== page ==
Curing a Stigma

Munna is a village woman living in rural Rajasthan. During her pregnancy in 2010, she had experienced pain in her hands and feet. She sought medical help, but nothing was revealed. She must have felt worried, especially because she even took precautions, a tetanus shot and nutrient supplements, to make sure her baby will be healthy. A few weeks later, Munna gave birth to her daughter Kalpana in a government hospital. At 1.5 kg, Kalpana was considerably under-weight, but the doctors cleared her to leave the hospital, and Munna returned home with her new daughter.  

It turned out that Kaplana was born with anorectal fistula, a defect in which a hole develops in the outer layer of the rectal tissue, thus creating an abnormal passageway between the rectal area and (typically) the skin. This results in abnormal and uncontrollable discharges of feces and pus through an opening other than the anus. At the time of munnaKalpana’s birth, the pediatric doctor did not inform Munna about the defect. She was left to discover the defect herself. Kalpana’s parents travelled to Udaipur city and the nearby state of Gujarat for medical consultations, to find out what they can do. Unfortunately, the family could not afford any of the treatment options, and Kalpana’s parents returned home feeling hopeless.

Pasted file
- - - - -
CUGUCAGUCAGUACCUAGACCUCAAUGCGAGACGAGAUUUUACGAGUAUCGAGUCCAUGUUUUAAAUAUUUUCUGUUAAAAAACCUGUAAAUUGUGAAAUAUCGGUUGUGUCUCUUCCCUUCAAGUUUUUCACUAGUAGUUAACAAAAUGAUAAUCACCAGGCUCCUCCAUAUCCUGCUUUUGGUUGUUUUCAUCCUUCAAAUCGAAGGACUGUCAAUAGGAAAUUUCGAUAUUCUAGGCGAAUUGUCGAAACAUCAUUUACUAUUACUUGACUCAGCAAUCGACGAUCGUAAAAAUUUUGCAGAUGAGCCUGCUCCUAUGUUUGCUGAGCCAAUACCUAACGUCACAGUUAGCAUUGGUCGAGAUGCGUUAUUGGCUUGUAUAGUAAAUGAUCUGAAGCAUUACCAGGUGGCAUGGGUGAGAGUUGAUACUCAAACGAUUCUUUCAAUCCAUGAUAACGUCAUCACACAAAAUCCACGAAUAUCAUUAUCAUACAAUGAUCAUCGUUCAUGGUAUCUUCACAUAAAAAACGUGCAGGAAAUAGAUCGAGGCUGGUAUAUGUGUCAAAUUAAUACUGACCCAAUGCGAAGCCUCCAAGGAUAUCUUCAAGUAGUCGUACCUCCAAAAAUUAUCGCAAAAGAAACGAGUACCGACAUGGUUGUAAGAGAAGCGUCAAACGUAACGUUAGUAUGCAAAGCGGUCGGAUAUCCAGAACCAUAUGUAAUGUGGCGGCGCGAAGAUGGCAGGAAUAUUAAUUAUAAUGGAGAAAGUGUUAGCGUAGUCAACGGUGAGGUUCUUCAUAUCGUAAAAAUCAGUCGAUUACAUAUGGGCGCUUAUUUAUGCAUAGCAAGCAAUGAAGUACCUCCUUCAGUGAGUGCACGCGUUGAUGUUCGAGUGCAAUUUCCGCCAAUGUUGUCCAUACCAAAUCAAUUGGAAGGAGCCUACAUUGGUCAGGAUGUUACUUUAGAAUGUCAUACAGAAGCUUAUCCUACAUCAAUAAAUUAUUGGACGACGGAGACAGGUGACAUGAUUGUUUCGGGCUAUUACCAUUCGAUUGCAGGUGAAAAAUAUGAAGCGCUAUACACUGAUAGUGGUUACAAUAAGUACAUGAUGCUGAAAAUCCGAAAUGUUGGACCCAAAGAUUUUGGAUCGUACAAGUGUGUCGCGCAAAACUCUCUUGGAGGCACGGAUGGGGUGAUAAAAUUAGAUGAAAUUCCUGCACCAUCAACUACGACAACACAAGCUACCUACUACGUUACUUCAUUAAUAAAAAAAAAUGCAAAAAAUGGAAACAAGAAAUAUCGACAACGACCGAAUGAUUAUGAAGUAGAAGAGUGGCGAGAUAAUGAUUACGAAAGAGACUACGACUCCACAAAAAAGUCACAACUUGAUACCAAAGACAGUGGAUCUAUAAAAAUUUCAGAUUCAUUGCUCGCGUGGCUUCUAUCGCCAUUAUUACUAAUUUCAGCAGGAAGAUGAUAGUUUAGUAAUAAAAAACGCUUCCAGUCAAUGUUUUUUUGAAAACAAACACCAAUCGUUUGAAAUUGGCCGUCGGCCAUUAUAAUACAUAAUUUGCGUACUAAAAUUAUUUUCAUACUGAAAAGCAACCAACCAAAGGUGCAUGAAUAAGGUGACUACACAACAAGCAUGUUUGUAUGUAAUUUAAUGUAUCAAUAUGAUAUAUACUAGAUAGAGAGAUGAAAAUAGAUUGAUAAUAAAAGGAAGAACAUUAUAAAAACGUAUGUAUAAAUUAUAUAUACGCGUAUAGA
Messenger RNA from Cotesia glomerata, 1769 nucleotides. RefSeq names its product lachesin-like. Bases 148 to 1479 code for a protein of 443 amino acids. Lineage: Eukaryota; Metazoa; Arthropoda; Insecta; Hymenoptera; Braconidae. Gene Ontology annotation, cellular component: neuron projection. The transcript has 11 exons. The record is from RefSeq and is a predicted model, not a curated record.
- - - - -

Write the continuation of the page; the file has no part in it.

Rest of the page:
The most serious risk of fistula is infection, but typically this condition is not life threatening. It can, however, be considerably painful and cause major irritation. But aside from the physical symptoms, fistula is like a stigma.  Typically, fistula happens to women during childbirth. There are anywhere from 30,000 – 50,000 cases a year, most often in Africa and South Asia. But to be born with it is less common. The social stigma attached to this disorder is perhaps the most damaging of all. Women are often neglected and cast out from their homes, left to fend for themselves. Children become socially excluded, and often experience an isolated childhood.

Three years have passed since the discovery of Kalpana’s illness. Munna, who has to work during the day, leaves her daughter a local pre-school run by Seva Mandir. In October 2012, the teacher at the pre-school informed Munna about the bi-weekly Maternal and Child Health camps run at Kojawara Referral Health Center (RHC), also run by Seva Mandir. At the RHC Kalpana was examined by the medical officer, Dr. Salvi, who referred her to a medical college in Udaipur. On November 1st, 2012, Dr. Manish Pathak, a pediatric surgeon, examined Kalpana and told her parents that the treatment will include three operations.  On her next visit to the health camp, Munna was persuaded to go ahead with the first operation, which was paid for by Seva Mandir.

Four days later, on March 17th, Kalpana was operated on for Vestibular Fistula. She has responded well to the surgery, but requires further operative care and the Seva Mandir staff will regularly follow up her case until the treatment is completed. In an area where nature and society can seem so unforgiving, the services and funds provided by Seva Mandir fight to improve the quality of life for people like Kalpana.

 

In the period Oct 2012 to March 2013, the Kojawara RHC operated 50 camps. A total of 1,531 female patients were provided Antenatal care and Gynecological services and 699 children under the age of five were examined and treated.